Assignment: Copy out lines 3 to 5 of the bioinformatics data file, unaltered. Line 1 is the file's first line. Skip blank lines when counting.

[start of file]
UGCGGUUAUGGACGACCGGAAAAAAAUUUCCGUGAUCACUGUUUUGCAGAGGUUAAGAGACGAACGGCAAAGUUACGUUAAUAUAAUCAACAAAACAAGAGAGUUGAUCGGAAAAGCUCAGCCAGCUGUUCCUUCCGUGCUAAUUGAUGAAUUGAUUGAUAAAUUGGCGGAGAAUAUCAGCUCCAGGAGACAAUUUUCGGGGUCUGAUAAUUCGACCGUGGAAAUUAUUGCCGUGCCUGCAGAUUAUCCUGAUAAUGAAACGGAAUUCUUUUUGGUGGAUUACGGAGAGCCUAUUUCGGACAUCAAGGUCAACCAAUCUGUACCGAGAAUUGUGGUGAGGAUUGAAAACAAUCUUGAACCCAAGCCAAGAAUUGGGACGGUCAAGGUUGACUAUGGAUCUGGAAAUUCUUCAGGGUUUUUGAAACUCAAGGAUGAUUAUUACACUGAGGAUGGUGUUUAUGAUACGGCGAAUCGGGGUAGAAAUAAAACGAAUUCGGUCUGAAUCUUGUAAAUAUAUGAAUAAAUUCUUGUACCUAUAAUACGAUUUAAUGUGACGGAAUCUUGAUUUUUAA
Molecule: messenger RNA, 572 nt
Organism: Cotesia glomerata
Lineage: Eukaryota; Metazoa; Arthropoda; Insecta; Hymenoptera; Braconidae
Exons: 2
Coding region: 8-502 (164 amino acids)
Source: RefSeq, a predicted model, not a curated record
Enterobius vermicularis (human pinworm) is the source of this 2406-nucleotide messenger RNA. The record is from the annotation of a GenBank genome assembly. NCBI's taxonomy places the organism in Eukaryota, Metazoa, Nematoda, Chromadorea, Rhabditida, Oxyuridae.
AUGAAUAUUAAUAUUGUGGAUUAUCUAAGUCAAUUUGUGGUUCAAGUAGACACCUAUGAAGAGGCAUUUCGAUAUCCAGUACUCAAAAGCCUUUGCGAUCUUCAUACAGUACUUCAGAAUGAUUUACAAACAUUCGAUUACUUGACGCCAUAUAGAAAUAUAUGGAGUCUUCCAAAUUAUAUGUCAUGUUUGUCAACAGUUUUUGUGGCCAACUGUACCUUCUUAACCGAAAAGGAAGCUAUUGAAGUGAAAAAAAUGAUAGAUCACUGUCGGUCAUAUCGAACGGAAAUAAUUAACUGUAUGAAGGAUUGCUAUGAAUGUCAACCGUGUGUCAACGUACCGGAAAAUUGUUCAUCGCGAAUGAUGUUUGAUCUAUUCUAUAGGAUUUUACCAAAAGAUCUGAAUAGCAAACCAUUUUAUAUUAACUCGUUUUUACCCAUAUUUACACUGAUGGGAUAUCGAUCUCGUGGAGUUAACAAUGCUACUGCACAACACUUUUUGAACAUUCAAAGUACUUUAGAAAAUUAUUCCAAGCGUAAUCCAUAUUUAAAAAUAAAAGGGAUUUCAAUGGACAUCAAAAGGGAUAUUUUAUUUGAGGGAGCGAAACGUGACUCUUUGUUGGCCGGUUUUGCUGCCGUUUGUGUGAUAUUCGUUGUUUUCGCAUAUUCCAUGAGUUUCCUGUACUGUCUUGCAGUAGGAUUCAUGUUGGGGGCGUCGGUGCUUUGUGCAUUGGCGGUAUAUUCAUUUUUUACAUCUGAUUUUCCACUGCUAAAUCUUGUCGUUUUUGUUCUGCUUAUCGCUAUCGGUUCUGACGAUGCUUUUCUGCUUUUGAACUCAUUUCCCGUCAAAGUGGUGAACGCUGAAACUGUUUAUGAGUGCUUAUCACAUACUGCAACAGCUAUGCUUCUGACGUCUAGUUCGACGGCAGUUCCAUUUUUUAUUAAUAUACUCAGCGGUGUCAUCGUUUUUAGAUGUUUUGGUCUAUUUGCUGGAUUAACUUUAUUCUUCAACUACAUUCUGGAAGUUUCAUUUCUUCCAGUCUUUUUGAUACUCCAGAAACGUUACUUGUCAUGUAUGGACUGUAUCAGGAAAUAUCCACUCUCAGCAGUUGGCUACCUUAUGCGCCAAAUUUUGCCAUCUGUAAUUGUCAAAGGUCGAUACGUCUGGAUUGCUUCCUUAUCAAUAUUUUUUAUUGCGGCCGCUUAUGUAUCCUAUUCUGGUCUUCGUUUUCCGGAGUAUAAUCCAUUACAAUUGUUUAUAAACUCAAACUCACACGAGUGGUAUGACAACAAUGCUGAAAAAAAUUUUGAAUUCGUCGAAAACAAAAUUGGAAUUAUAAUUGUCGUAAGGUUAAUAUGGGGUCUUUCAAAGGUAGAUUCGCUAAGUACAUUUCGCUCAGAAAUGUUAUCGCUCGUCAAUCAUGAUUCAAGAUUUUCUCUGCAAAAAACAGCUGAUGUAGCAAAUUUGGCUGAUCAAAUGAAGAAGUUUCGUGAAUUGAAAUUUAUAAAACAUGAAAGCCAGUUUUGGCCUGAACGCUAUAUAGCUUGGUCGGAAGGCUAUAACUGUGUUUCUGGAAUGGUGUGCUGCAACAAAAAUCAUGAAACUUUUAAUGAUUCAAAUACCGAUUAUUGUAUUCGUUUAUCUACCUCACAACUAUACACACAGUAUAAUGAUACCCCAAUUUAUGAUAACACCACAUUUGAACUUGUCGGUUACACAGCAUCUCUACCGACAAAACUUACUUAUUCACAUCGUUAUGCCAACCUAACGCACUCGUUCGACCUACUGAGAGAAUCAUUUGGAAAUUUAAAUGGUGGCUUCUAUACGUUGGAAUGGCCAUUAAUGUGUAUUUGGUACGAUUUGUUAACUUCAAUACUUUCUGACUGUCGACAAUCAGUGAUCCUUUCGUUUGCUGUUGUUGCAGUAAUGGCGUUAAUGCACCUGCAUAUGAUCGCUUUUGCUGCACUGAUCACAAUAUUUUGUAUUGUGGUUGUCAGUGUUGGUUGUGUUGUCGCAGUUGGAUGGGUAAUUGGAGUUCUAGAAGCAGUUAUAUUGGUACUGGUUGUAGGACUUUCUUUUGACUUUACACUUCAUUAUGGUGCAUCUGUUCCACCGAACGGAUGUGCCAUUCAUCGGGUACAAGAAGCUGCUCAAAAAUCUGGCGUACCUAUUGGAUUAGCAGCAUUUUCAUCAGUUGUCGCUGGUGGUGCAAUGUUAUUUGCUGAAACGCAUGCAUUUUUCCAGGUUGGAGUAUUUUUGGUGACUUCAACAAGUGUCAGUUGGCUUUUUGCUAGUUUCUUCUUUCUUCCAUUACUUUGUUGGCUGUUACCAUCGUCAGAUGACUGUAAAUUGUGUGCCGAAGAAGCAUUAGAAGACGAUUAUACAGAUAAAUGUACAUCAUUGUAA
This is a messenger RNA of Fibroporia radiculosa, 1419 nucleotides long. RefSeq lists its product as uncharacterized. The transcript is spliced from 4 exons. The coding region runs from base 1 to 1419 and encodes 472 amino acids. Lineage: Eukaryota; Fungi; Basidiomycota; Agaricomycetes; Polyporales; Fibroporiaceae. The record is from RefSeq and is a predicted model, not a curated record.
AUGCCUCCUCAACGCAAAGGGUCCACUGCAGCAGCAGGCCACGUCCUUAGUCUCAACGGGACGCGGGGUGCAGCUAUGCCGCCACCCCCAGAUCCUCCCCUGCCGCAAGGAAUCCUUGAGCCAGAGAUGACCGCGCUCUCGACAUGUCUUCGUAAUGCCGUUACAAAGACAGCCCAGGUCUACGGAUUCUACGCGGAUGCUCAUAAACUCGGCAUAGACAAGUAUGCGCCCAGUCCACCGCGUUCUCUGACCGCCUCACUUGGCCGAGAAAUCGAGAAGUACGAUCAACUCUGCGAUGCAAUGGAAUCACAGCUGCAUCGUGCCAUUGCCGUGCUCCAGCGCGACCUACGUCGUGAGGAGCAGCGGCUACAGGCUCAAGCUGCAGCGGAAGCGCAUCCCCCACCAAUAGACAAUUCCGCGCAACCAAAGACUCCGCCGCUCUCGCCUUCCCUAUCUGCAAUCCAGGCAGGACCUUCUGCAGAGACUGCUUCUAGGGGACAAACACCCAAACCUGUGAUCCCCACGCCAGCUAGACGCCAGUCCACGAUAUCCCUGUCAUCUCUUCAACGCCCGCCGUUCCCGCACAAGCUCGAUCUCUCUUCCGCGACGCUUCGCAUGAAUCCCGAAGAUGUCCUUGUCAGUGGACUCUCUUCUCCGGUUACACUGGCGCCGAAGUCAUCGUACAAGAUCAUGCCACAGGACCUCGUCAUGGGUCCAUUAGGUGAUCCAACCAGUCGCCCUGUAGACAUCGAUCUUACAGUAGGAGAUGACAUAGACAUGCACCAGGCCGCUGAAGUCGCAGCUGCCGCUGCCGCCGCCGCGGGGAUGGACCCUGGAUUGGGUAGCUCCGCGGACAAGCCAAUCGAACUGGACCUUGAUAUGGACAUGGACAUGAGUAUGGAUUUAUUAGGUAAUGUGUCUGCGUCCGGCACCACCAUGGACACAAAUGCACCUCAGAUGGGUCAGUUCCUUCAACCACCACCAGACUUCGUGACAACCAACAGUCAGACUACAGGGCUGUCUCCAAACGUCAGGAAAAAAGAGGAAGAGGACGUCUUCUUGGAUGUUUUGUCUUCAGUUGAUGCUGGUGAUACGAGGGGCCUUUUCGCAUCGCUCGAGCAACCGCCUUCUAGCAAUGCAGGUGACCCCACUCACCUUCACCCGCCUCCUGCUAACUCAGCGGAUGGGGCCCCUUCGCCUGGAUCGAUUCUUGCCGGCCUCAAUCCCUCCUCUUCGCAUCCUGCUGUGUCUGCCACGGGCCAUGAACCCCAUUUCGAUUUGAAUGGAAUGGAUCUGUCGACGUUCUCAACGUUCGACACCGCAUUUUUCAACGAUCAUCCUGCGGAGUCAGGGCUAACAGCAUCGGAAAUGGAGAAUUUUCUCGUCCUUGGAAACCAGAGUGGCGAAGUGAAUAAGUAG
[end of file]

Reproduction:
Organism: Cotesia glomerata
Lineage: Eukaryota; Metazoa; Arthropoda; Insecta; Hymenoptera; Braconidae
Exons: 2